When I first saw the picture, I thought of Jesus. The picture comforted me. My next stay in the room, I must have been in a different head space because I didn't think of Jesus, I thought of Robin Williams. And it wasn't around his death. For some reason, the profile reminded me of him. 

I love how art can be interpreted by people in different ways,  or even the same person can view it in a new way depending on their mood.

What do you see?

As a cool side note, there is this stack of books left behind for people to read:


I love seeing the Big Book there and I read from it before I start writing. It's tempting to leave a copy of mine behind on my next trip. Would you leave yours?

Wednesday, October 12, 2016

My Husband's Point of View


 
Over the years many of you have read that I feel it's important to have a boundary agreement when in a relationship with a sex addict but I’ve yet to share how Devin feels about it. So, today I’m going to share a post he wrote on Candeo for the addict’s and their partners. This is a bit longer than my usual posts, but I feel it’s well worth the read. With his permission, I'm sharing it here:

 

I am the SA of the couple and have been in recovery for 6 years now. I debated on which part of the forum to post this and thought maybe both sides could benefit from my experience so I decided here would be best.

As the SA and a man, the first boundary agreement was the hardest, for both of us. For my wife, trying to figure out what was realistic, acceptable and fair, and for me, because initially I felt emasculated; like a child where my mother was imposing all these strict rules.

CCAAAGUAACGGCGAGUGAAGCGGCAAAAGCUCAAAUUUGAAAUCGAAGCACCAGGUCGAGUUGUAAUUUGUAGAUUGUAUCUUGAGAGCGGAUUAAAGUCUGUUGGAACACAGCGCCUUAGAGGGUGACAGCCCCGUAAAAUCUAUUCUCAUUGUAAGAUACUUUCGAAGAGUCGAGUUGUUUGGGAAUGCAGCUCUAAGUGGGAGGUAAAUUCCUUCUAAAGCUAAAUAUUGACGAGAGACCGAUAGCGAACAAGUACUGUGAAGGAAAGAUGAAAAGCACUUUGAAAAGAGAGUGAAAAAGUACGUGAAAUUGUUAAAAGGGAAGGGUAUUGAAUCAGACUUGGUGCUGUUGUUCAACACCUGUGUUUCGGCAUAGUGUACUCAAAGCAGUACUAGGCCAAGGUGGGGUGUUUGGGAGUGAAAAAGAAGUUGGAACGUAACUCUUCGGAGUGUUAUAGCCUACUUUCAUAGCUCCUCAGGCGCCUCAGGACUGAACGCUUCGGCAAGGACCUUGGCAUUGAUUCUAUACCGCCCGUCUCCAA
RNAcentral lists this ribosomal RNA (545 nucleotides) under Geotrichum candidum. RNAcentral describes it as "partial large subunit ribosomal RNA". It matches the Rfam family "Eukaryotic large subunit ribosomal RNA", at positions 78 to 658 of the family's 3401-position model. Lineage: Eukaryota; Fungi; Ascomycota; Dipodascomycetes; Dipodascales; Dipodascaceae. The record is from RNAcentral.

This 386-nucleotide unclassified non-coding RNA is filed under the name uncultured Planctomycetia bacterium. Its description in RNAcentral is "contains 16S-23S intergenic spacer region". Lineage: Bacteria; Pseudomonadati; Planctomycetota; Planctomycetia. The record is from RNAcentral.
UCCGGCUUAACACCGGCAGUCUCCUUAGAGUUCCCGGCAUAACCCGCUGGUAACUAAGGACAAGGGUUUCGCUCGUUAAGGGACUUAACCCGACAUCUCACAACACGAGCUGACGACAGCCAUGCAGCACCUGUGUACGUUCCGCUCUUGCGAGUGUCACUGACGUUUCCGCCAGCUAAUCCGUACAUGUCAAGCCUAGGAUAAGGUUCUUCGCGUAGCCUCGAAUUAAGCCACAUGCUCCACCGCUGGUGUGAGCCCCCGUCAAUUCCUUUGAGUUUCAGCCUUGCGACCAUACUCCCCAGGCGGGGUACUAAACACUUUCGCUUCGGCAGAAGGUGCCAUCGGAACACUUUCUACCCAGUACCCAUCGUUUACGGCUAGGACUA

It wasn't until I understood that my actions and behaviors showed that I did not have, or understood, boundaries, and that this document was to let me know what was and wasn't acceptable behavior. These were the things I needed to do to help my wife work through this traumatic experience and start to rebuild her trust and faith in me and our marriage.

Checking in was the hardest. I did whatever I wanted, whenever I wanted, wherever I wanted. To feel I had to check in hurt my ego. But part of my acting out comprised of doing whatever, whenever, and wherever I wanted. If I didn't check in to help put her mind at ease, the wounds could never start to heal. When I understood the trauma I caused, I also suggested an app, so I could also “show” here where I was. We use the Life360 app, and to make things easier, she also checked in, too. It became a mutual action.

I also had to learn there was no such thing as “just friends” at the workplace. In fact, after reading the book, “Not Just Friends”, I realized how wrong my thinking was. There was a section in the book that discussed “walls and windows”. In a normal relationship, my wife should have been inside the walls with me looking out the window at the world. Instead, she was outside looking in, where I was sharing intimate thoughts and feelings with female co-workers instead of her.